SEATTLE -- A Mariners team expected to contend for its first playoff berth since 2001 has struggled out of the gate with a 3-6 start and it's not hard to point a finger at the problem. Pitching, expected to be the bread and butter of the club, has been more like toast as Seattle ranks 29th out of 30 Major League teams in ERA at 5.16 heading into Thursday's off-day.
Two things to consider. One, the Mariners are the only team in baseball to have faced three 2014 playoff teams -- the Angels, A's and Dodgers -- in their first three series. Secondly, the numbers are skewed by a pair of poor starts from young right-hander Taijuan Walker, who is sporting a 17.18 ERA after giving up 14 runs in 7 1/3 innings.
Take away Walker's work and the team ERA drops to 3.98 and 17th in MLB. Manager Lloyd McClendon knows this has been more than just one-man woes, however.
"He's not the only one," McClendon said after Walker lasted just four innings in Wednesday's 5-2 loss to the Dodgers. "I'm not going to pick on that kid. But if you're asking me if I'm concerned with our starting pitching, yes. We've got to get better. We've got to get deeper into ballgames.
"We've got a real good bullpen, but they won't be worth a darn if we keep running 'em out there. We have to get better efforts from our starters."
Indeed, Seattle's starters have the highest ERA of any rotation in baseball at 6.43, having surrendered 35 earned runs in 49 innings while opponents have batted .291.
Walker's numbers certainly don't help, but the rest of the rotation's 4.54 ERA isn't overwhelming either. Veteran right-hander Hisashi Iwakuma (6.55 in two starts) and promising left-hander James Paxton (5.11 in two starts) have struggled as well.
Felix Hernandez had a strong Opening Day start and owns a 3.00 ERA, but even the King wobbled in his second outing when a twisted ankle and sore quad led to eight hits and three runs in an abbreviated five-inning start. Thus No. 5 starter J.A. Happ has the lowest ERA in the Mariners rotation at 2.84, having allowed seven hits and two runs in 6 1/3 innings in his lone outing so far.
The bullpen has been better, but not nearly as stout as last year, ranking 21st among MLB's 30 teams with a 3.27 ERA in 33 innings with opponents hitting .270.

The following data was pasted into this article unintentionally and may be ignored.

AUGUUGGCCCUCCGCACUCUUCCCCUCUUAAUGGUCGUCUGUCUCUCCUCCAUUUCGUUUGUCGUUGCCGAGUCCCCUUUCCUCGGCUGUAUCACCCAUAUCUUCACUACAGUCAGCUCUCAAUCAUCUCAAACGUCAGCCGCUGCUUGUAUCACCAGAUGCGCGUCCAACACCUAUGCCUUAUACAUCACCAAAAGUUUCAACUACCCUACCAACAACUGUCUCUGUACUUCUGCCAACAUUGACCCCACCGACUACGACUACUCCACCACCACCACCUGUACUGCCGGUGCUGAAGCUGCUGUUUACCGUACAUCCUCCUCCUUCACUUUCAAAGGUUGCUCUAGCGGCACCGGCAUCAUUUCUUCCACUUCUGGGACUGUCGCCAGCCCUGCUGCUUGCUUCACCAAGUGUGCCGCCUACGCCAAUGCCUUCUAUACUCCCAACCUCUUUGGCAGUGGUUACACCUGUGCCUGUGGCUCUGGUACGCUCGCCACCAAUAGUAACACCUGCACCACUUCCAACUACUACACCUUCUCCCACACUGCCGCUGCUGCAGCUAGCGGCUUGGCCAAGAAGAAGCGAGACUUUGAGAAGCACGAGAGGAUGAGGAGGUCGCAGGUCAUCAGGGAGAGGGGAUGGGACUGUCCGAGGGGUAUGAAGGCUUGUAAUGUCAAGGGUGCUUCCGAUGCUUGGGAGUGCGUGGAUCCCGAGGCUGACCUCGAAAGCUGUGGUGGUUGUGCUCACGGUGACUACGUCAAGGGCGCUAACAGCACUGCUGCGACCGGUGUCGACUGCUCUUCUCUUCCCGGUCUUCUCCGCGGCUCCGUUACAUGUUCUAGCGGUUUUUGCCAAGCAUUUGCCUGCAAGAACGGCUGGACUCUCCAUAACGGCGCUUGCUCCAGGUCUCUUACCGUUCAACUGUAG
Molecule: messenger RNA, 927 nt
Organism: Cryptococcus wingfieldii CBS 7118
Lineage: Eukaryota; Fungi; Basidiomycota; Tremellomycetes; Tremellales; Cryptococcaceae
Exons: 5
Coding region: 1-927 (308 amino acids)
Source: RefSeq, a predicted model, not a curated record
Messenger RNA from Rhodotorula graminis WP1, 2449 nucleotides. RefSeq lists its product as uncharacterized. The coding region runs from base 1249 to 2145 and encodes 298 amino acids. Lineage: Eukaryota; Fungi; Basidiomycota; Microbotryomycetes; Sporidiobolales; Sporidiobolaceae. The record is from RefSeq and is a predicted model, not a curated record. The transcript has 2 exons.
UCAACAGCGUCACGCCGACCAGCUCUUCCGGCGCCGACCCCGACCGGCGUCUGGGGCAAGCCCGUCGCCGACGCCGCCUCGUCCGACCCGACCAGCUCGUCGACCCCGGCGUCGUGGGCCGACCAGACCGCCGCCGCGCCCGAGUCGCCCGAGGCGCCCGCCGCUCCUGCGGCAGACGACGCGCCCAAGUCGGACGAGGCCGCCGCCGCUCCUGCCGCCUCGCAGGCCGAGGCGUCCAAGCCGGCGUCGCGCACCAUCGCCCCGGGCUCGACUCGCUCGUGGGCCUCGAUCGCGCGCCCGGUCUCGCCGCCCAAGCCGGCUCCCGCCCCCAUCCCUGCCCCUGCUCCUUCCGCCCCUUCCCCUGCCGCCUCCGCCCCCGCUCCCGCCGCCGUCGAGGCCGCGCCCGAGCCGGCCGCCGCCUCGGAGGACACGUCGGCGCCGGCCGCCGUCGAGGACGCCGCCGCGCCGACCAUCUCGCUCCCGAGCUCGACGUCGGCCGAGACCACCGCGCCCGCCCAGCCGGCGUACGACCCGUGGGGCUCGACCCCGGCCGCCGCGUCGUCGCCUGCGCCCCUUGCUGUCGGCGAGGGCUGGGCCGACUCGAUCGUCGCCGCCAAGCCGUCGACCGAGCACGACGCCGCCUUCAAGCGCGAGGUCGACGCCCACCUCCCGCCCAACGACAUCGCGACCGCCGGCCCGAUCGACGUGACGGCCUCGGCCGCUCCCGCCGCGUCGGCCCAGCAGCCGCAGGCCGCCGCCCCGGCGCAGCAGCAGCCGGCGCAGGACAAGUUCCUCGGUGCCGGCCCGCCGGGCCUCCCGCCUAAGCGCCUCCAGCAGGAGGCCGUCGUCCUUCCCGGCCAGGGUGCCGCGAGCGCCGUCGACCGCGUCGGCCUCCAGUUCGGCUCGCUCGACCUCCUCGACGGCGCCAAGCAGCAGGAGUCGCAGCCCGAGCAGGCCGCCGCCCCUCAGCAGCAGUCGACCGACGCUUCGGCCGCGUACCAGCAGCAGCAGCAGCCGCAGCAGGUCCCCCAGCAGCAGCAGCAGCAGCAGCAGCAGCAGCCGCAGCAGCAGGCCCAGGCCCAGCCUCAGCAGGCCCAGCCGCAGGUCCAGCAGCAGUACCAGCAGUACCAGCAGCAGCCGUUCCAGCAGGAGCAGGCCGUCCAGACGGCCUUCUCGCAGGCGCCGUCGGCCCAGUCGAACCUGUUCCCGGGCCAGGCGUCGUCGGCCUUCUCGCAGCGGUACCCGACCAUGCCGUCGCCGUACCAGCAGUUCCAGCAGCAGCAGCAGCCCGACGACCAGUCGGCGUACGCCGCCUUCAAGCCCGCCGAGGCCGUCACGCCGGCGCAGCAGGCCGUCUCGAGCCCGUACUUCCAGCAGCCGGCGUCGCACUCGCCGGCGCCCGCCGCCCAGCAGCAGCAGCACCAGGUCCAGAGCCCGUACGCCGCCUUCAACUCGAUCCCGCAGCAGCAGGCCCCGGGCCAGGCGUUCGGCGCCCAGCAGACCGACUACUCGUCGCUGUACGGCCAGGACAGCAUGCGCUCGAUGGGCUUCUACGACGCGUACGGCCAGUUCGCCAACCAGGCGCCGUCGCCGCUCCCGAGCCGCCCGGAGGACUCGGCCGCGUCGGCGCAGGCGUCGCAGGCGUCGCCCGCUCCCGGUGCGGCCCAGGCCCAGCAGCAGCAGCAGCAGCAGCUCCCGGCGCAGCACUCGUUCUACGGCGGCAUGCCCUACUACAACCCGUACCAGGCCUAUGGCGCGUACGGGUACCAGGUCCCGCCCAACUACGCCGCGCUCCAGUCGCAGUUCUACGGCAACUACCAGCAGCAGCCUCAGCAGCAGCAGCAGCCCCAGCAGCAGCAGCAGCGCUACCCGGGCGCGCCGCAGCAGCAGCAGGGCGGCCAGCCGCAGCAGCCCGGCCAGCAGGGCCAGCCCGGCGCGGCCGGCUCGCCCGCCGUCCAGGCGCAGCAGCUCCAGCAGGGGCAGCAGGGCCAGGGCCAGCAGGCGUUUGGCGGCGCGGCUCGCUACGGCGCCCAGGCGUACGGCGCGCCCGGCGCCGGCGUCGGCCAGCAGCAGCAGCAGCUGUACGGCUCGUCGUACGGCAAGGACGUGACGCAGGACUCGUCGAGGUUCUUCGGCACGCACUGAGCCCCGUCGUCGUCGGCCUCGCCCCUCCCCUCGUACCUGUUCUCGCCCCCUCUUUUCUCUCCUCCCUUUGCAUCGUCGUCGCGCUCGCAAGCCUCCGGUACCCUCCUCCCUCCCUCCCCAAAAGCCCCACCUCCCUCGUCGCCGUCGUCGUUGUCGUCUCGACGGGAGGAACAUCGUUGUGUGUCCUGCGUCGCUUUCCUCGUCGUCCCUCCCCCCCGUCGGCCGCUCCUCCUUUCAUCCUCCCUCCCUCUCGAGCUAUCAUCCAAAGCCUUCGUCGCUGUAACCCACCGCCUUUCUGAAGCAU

All those numbers are a far cry from last year's AL-leading 3.17 team ERA, second best in baseball behind the 3.03 of the Nationals, and an MLB-leading .230 opponents' batting average. Seattle's starters had a 3.48 ERA in 2014, tied for second-best in the AL, while the bullpen led all of baseball at 2.59.
With most of the same group back, there's no reason to think Seattle's early troubles will continue. McClendon knows his rotation needs to start pitching better and deeper into games to take pressure off everyone. What does he need most from his five starters?
"Innings," McClendon said. "Innings."
To date, Hernandez's Opening Day outing was the only start to go beyond 6 1/3 frames. And the bullpen, with closer Fernando Rodney roughed up twice and Tom Wilhelmsen on the 15-day disabled list, has felt the early crunch.
The Mariners increased offense hasn't been nearly good enough to offset the pitching problems. Seattle is second in the Majors in home runs with 14, thanks in large part to Nelson Cruz's MLB-leading six. But the Mariners are 27th in baseball in batting average (.210), 29th in on-base percentage (.258), 21st in OPS (.639) and 21st in runs per game (3.6).
It all adds up to a 3-6 start. The Mariners have Thursday off before Happ leads off a nine-game homestand Friday night against the Rangers at Safeco Field. The brief respite will be welcome.
"Our bullpen needs it. I need it," McClendon said after his team was swept by the Dodgers on Wednesday. "But it's not the end of the world. We'll be back, I promise you."